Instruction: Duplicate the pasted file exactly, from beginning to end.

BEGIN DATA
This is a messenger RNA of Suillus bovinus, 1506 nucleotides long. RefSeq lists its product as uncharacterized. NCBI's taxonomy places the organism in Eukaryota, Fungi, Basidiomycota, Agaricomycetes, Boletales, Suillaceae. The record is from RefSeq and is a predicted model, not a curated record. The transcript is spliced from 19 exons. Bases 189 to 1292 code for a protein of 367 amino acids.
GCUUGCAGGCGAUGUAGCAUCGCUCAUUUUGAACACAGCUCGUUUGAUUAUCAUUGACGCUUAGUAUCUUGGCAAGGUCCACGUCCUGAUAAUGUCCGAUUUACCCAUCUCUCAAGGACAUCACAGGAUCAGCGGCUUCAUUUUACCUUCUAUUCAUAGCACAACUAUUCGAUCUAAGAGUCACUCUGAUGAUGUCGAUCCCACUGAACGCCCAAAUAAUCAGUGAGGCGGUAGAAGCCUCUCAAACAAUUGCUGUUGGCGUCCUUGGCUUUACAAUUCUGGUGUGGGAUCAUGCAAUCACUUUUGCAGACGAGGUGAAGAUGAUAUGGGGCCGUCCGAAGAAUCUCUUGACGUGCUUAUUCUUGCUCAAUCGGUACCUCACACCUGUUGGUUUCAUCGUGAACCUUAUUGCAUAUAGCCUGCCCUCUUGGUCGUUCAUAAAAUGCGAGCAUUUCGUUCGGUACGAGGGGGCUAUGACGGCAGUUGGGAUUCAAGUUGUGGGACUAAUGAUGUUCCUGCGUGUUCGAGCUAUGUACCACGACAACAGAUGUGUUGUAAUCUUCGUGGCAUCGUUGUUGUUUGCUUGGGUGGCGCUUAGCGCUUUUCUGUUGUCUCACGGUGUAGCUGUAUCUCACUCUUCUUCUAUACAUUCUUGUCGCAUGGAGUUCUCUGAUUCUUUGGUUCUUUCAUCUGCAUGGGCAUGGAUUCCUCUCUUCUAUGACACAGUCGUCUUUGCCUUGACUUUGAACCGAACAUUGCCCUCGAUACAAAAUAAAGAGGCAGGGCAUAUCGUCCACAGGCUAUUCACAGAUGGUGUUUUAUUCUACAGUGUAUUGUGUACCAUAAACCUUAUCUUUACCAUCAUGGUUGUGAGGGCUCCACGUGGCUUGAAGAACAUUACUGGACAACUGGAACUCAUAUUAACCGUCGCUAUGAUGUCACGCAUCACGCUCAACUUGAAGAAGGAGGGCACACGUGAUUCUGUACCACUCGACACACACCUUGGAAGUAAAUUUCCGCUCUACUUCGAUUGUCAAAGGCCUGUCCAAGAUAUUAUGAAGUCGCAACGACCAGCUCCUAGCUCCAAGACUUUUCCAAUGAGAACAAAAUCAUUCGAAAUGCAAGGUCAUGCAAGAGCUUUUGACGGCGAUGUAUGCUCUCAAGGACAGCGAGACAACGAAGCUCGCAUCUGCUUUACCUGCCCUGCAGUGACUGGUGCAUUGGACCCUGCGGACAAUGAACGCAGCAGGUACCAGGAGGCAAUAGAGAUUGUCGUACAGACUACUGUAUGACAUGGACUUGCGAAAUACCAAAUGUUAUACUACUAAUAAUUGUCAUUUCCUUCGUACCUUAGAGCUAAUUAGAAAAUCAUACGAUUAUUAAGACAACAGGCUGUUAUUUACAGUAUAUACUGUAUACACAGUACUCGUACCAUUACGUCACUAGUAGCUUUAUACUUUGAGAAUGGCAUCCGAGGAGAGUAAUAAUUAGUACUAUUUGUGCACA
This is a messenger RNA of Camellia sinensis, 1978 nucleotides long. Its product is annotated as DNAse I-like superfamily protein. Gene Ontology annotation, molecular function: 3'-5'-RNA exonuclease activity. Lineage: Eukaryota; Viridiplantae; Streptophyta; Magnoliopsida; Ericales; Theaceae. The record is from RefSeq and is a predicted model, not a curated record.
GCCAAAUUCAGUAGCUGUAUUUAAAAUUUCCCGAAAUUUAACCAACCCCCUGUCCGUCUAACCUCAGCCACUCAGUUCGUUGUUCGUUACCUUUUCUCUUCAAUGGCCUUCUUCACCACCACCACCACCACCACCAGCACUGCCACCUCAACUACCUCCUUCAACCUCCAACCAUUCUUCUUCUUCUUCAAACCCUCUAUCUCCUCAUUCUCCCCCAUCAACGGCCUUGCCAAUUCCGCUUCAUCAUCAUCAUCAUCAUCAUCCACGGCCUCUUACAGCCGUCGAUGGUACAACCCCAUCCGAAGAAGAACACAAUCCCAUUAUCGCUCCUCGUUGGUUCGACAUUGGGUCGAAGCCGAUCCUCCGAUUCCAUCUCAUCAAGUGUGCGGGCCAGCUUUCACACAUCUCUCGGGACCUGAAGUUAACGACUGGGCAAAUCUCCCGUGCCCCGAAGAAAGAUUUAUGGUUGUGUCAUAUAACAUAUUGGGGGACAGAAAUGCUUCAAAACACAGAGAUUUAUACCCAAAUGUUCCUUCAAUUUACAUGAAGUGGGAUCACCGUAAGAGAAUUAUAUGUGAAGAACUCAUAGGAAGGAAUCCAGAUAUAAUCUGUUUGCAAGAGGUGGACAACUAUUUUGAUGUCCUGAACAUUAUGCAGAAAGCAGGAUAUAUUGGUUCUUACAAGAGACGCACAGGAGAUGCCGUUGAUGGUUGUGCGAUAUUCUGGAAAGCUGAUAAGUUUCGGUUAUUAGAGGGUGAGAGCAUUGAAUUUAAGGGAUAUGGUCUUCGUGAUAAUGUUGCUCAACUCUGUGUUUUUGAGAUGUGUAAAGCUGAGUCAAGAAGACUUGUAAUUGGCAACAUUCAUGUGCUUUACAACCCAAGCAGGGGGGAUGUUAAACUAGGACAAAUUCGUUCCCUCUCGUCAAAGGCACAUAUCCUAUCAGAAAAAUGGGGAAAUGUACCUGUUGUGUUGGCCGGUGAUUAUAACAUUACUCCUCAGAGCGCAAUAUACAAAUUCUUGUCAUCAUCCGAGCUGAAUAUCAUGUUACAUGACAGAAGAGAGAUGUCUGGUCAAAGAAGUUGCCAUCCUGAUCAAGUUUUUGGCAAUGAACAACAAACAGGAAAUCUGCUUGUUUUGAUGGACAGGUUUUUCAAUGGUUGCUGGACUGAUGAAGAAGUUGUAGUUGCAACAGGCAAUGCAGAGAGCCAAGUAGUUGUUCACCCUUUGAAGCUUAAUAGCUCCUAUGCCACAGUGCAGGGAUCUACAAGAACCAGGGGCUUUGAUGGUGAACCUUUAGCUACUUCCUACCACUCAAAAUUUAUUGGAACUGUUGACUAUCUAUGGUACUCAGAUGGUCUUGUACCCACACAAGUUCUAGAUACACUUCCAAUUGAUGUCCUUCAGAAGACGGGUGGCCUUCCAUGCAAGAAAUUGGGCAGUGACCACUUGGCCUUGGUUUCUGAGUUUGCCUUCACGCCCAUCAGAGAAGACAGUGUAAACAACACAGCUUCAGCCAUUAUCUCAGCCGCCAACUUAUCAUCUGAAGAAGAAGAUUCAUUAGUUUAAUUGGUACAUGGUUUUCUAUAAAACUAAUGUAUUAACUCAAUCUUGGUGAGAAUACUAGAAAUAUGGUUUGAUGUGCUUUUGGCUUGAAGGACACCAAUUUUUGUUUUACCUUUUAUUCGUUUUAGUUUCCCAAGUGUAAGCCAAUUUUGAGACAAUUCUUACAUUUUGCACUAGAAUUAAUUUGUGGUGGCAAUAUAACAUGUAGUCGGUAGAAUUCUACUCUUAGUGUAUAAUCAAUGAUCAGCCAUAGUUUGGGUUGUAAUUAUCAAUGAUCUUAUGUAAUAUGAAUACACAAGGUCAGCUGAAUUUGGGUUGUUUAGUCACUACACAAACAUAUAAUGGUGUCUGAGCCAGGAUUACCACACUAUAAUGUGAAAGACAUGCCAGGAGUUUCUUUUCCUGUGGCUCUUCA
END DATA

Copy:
This is a messenger RNA of Suillus bovinus, 1506 nucleotides long. RefSeq lists its product as uncharacterized. NCBI's taxonomy places the organism in Eukaryota, Fungi, Basidiomycota, Agaricomycetes, Boletales, Suillaceae. The record is from RefSeq and is a predicted model, not a curated record. The transcript is spliced from 19 exons. Bases 189 to 1292 code for a protein of 367 amino acids.
GCUUGCAGGCGAUGUAGCAUCGCUCAUUUUGAACACAGCUCGUUUGAUUAUCAUUGACGCUUAGUAUCUUGGCAAGGUCCACGUCCUGAUAAUGUCCGAUUUACCCAUCUCUCAAGGACAUCACAGGAUCAGCGGCUUCAUUUUACCUUCUAUUCAUAGCACAACUAUUCGAUCUAAGAGUCACUCUGAUGAUGUCGAUCCCACUGAACGCCCAAAUAAUCAGUGAGGCGGUAGAAGCCUCUCAAACAAUUGCUGUUGGCGUCCUUGGCUUUACAAUUCUGGUGUGGGAUCAUGCAAUCACUUUUGCAGACGAGGUGAAGAUGAUAUGGGGCCGUCCGAAGAAUCUCUUGACGUGCUUAUUCUUGCUCAAUCGGUACCUCACACCUGUUGGUUUCAUCGUGAACCUUAUUGCAUAUAGCCUGCCCUCUUGGUCGUUCAUAAAAUGCGAGCAUUUCGUUCGGUACGAGGGGGCUAUGACGGCAGUUGGGAUUCAAGUUGUGGGACUAAUGAUGUUCCUGCGUGUUCGAGCUAUGUACCACGACAACAGAUGUGUUGUAAUCUUCGUGGCAUCGUUGUUGUUUGCUUGGGUGGCGCUUAGCGCUUUUCUGUUGUCUCACGGUGUAGCUGUAUCUCACUCUUCUUCUAUACAUUCUUGUCGCAUGGAGUUCUCUGAUUCUUUGGUUCUUUCAUCUGCAUGGGCAUGGAUUCCUCUCUUCUAUGACACAGUCGUCUUUGCCUUGACUUUGAACCGAACAUUGCCCUCGAUACAAAAUAAAGAGGCAGGGCAUAUCGUCCACAGGCUAUUCACAGAUGGUGUUUUAUUCUACAGUGUAUUGUGUACCAUAAACCUUAUCUUUACCAUCAUGGUUGUGAGGGCUCCACGUGGCUUGAAGAACAUUACUGGACAACUGGAACUCAUAUUAACCGUCGCUAUGAUGUCACGCAUCACGCUCAACUUGAAGAAGGAGGGCACACGUGAUUCUGUACCACUCGACACACACCUUGGAAGUAAAUUUCCGCUCUACUUCGAUUGUCAAAGGCCUGUCCAAGAUAUUAUGAAGUCGCAACGACCAGCUCCUAGCUCCAAGACUUUUCCAAUGAGAACAAAAUCAUUCGAAAUGCAAGGUCAUGCAAGAGCUUUUGACGGCGAUGUAUGCUCUCAAGGACAGCGAGACAACGAAGCUCGCAUCUGCUUUACCUGCCCUGCAGUGACUGGUGCAUUGGACCCUGCGGACAAUGAACGCAGCAGGUACCAGGAGGCAAUAGAGAUUGUCGUACAGACUACUGUAUGACAUGGACUUGCGAAAUACCAAAUGUUAUACUACUAAUAAUUGUCAUUUCCUUCGUACCUUAGAGCUAAUUAGAAAAUCAUACGAUUAUUAAGACAACAGGCUGUUAUUUACAGUAUAUACUGUAUACACAGUACUCGUACCAUUACGUCACUAGUAGCUUUAUACUUUGAGAAUGGCAUCCGAGGAGAGUAAUAAUUAGUACUAUUUGUGCACA
This is a messenger RNA of Camellia sinensis, 1978 nucleotides long. Its product is annotated as DNAse I-like superfamily protein. Gene Ontology annotation, molecular function: 3'-5'-RNA exonuclease activity. Lineage: Eukaryota; Viridiplantae; Streptophyta; Magnoliopsida; Ericales; Theaceae. The record is from RefSeq and is a predicted model, not a curated record.
GCCAAAUUCAGUAGCUGUAUUUAAAAUUUCCCGAAAUUUAACCAACCCCCUGUCCGUCUAACCUCAGCCACUCAGUUCGUUGUUCGUUACCUUUUCUCUUCAAUGGCCUUCUUCACCACCACCACCACCACCACCAGCACUGCCACCUCAACUACCUCCUUCAACCUCCAACCAUUCUUCUUCUUCUUCAAACCCUCUAUCUCCUCAUUCUCCCCCAUCAACGGCCUUGCCAAUUCCGCUUCAUCAUCAUCAUCAUCAUCAUCCACGGCCUCUUACAGCCGUCGAUGGUACAACCCCAUCCGAAGAAGAACACAAUCCCAUUAUCGCUCCUCGUUGGUUCGACAUUGGGUCGAAGCCGAUCCUCCGAUUCCAUCUCAUCAAGUGUGCGGGCCAGCUUUCACACAUCUCUCGGGACCUGAAGUUAACGACUGGGCAAAUCUCCCGUGCCCCGAAGAAAGAUUUAUGGUUGUGUCAUAUAACAUAUUGGGGGACAGAAAUGCUUCAAAACACAGAGAUUUAUACCCAAAUGUUCCUUCAAUUUACAUGAAGUGGGAUCACCGUAAGAGAAUUAUAUGUGAAGAACUCAUAGGAAGGAAUCCAGAUAUAAUCUGUUUGCAAGAGGUGGACAACUAUUUUGAUGUCCUGAACAUUAUGCAGAAAGCAGGAUAUAUUGGUUCUUACAAGAGACGCACAGGAGAUGCCGUUGAUGGUUGUGCGAUAUUCUGGAAAGCUGAUAAGUUUCGGUUAUUAGAGGGUGAGAGCAUUGAAUUUAAGGGAUAUGGUCUUCGUGAUAAUGUUGCUCAACUCUGUGUUUUUGAGAUGUGUAAAGCUGAGUCAAGAAGACUUGUAAUUGGCAACAUUCAUGUGCUUUACAACCCAAGCAGGGGGGAUGUUAAACUAGGACAAAUUCGUUCCCUCUCGUCAAAGGCACAUAUCCUAUCAGAAAAAUGGGGAAAUGUACCUGUUGUGUUGGCCGGUGAUUAUAACAUUACUCCUCAGAGCGCAAUAUACAAAUUCUUGUCAUCAUCCGAGCUGAAUAUCAUGUUACAUGACAGAAGAGAGAUGUCUGGUCAAAGAAGUUGCCAUCCUGAUCAAGUUUUUGGCAAUGAACAACAAACAGGAAAUCUGCUUGUUUUGAUGGACAGGUUUUUCAAUGGUUGCUGGACUGAUGAAGAAGUUGUAGUUGCAACAGGCAAUGCAGAGAGCCAAGUAGUUGUUCACCCUUUGAAGCUUAAUAGCUCCUAUGCCACAGUGCAGGGAUCUACAAGAACCAGGGGCUUUGAUGGUGAACCUUUAGCUACUUCCUACCACUCAAAAUUUAUUGGAACUGUUGACUAUCUAUGGUACUCAGAUGGUCUUGUACCCACACAAGUUCUAGAUACACUUCCAAUUGAUGUCCUUCAGAAGACGGGUGGCCUUCCAUGCAAGAAAUUGGGCAGUGACCACUUGGCCUUGGUUUCUGAGUUUGCCUUCACGCCCAUCAGAGAAGACAGUGUAAACAACACAGCUUCAGCCAUUAUCUCAGCCGCCAACUUAUCAUCUGAAGAAGAAGAUUCAUUAGUUUAAUUGGUACAUGGUUUUCUAUAAAACUAAUGUAUUAACUCAAUCUUGGUGAGAAUACUAGAAAUAUGGUUUGAUGUGCUUUUGGCUUGAAGGACACCAAUUUUUGUUUUACCUUUUAUUCGUUUUAGUUUCCCAAGUGUAAGCCAAUUUUGAGACAAUUCUUACAUUUUGCACUAGAAUUAAUUUGUGGUGGCAAUAUAACAUGUAGUCGGUAGAAUUCUACUCUUAGUGUAUAAUCAAUGAUCAGCCAUAGUUUGGGUUGUAAUUAUCAAUGAUCUUAUGUAAUAUGAAUACACAAGGUCAGCUGAAUUUGGGUUGUUUAGUCACUACACAAACAUAUAAUGGUGUCUGAGCCAGGAUUACCACACUAUAAUGUGAAAGACAUGCCAGGAGUUUCUUUUCCUGUGGCUCUUCA